“It’s a self guided program that teaches skills on how to bring about our bodies calming and relaxation response,” Carrera said. “… In our biofeedback center, we use two types of feedback. We use feedback from your heart, so how it changes over time, and then the skin conductance cause when we’re stressed we tend to sweat a little bit more. So using that feedback we have computers that show you how your body changes when you’re under a stressful situation.”

One-on-one counseling is sometimes the best fit for some students’ situations. This individual counseling is normally lasts 45 minutes, once a week. On average, students attend four to eight sessions.

Group counseling is another option for students. Students are placed in groups depending on their current situation. Most groups have about six to eight people in them. They meet for about 90 minutes each week.

Numerous services are also offered outside of the Student Services Building. One service is the Academic Success Center, which provides tutoring, supplemental instruction and academic coaching. If a student seeks improvement in academic skills, academic coaching helps build time management skills, test taking skills, study habits and note taking skills.

Financial stress is another problem many college students face. The Financial Aid office can be located in Beardshear hall. They provide help with loans, scholarships, problems with the U-Bill, filling out the FAFSA, general financial aid advice and other financial skills like budgeting money in college.

If a student has problems academically, academic advisers are always available to help. Whether a student is questioning his or her major, having troubles scheduling classes, trying to decide whether to drop a class or any other academic issue, an academic advisor is available for all of those stressors.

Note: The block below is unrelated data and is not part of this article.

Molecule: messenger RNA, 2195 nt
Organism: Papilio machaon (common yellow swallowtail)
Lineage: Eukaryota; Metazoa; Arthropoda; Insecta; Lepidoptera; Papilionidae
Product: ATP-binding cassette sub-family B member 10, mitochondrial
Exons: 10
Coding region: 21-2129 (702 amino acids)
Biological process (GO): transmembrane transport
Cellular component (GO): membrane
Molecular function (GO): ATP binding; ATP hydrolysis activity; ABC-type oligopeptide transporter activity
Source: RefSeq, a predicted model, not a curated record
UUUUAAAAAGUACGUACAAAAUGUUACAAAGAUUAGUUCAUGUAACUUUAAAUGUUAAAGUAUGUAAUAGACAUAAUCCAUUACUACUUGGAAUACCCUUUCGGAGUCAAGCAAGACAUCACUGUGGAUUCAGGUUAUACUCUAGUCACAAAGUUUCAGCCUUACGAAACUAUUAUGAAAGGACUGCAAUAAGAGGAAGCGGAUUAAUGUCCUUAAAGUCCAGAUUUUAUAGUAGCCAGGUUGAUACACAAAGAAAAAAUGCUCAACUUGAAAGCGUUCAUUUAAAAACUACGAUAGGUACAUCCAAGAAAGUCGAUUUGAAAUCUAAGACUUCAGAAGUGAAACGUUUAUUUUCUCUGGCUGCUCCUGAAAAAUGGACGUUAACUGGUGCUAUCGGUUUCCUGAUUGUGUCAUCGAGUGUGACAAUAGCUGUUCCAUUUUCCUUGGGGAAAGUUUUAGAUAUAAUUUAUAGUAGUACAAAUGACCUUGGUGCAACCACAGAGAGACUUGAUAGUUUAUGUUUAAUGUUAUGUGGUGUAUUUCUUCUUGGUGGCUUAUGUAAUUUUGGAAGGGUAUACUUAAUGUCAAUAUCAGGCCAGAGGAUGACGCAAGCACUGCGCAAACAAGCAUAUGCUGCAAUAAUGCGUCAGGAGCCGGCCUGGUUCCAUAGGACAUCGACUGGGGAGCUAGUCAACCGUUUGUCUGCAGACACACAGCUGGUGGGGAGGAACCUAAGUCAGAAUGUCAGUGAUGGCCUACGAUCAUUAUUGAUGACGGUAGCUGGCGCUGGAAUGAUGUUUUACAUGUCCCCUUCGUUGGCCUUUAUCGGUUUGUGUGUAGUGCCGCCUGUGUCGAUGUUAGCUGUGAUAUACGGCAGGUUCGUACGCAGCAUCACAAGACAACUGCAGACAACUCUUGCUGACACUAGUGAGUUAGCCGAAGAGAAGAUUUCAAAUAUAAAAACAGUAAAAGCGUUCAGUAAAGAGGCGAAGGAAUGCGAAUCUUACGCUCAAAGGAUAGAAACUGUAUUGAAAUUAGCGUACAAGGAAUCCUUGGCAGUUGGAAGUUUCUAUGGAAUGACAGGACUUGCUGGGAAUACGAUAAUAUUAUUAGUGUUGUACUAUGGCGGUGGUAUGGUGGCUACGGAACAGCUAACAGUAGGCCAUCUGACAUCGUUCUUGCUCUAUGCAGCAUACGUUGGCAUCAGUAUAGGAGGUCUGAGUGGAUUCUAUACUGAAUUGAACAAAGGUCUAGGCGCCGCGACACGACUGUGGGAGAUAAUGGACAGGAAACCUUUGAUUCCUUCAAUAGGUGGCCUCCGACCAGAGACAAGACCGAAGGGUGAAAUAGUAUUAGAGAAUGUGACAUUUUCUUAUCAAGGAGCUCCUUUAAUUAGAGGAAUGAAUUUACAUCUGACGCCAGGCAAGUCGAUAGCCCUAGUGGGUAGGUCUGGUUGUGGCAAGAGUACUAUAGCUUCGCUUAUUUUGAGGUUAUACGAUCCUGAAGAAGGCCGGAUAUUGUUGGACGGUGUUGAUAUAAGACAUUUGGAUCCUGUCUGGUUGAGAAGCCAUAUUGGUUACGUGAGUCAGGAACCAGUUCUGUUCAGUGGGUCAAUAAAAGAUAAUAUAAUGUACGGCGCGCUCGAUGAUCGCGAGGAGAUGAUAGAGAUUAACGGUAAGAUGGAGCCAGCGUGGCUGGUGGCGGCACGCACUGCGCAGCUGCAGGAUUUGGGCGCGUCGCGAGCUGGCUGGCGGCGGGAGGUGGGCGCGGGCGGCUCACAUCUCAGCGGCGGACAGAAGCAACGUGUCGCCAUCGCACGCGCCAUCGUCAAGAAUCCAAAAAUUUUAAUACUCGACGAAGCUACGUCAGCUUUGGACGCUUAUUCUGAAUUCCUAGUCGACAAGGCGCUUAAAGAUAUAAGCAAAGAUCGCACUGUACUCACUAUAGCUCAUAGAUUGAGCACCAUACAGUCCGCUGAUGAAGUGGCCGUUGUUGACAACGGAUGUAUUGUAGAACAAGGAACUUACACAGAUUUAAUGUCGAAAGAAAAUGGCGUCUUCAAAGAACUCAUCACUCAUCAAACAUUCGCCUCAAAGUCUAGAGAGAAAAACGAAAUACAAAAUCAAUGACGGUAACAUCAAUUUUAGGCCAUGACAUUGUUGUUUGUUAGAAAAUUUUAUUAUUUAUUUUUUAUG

Professors are also wonderful people to go to when a student is dealing with academic problems.

“Don’t ever let a problem fester, hoping it’ll go away,” said Carolyn Cutrona, psychology department chair and professor. “For example, if you sleep through a test, email and call the professor immediately, even if it’s [8 p.m.] Otherwise, they become unsolvable.”

Iowa State not only has facilities that are specialized to help students but there also numerous ways to destress outside of these buildings. Taking time to relax and destress is important.

Whether it’s going to the library to read a book, working out at the gym, taking a meditation class or joining one of the countless clubs or organizations on campus, Iowa State provides endless opportunities to escape stress.

For those who want to explore off campus, there are plenty of parks to walk in, a yoga studio to take relaxing classes at and many other distressing activities.

“Volunteer opportunities. Go volunteer, go tutor a child, go work at the food bank handing out food to others,” Cutrona said. “There is nothing that lifts a person’s mood like helping another person.”

Whether it’s a larger problem that needs long-term guidance or a smaller issue that a walk through Central Campus can fix, ISU students have countless paths available to take when looking to destress.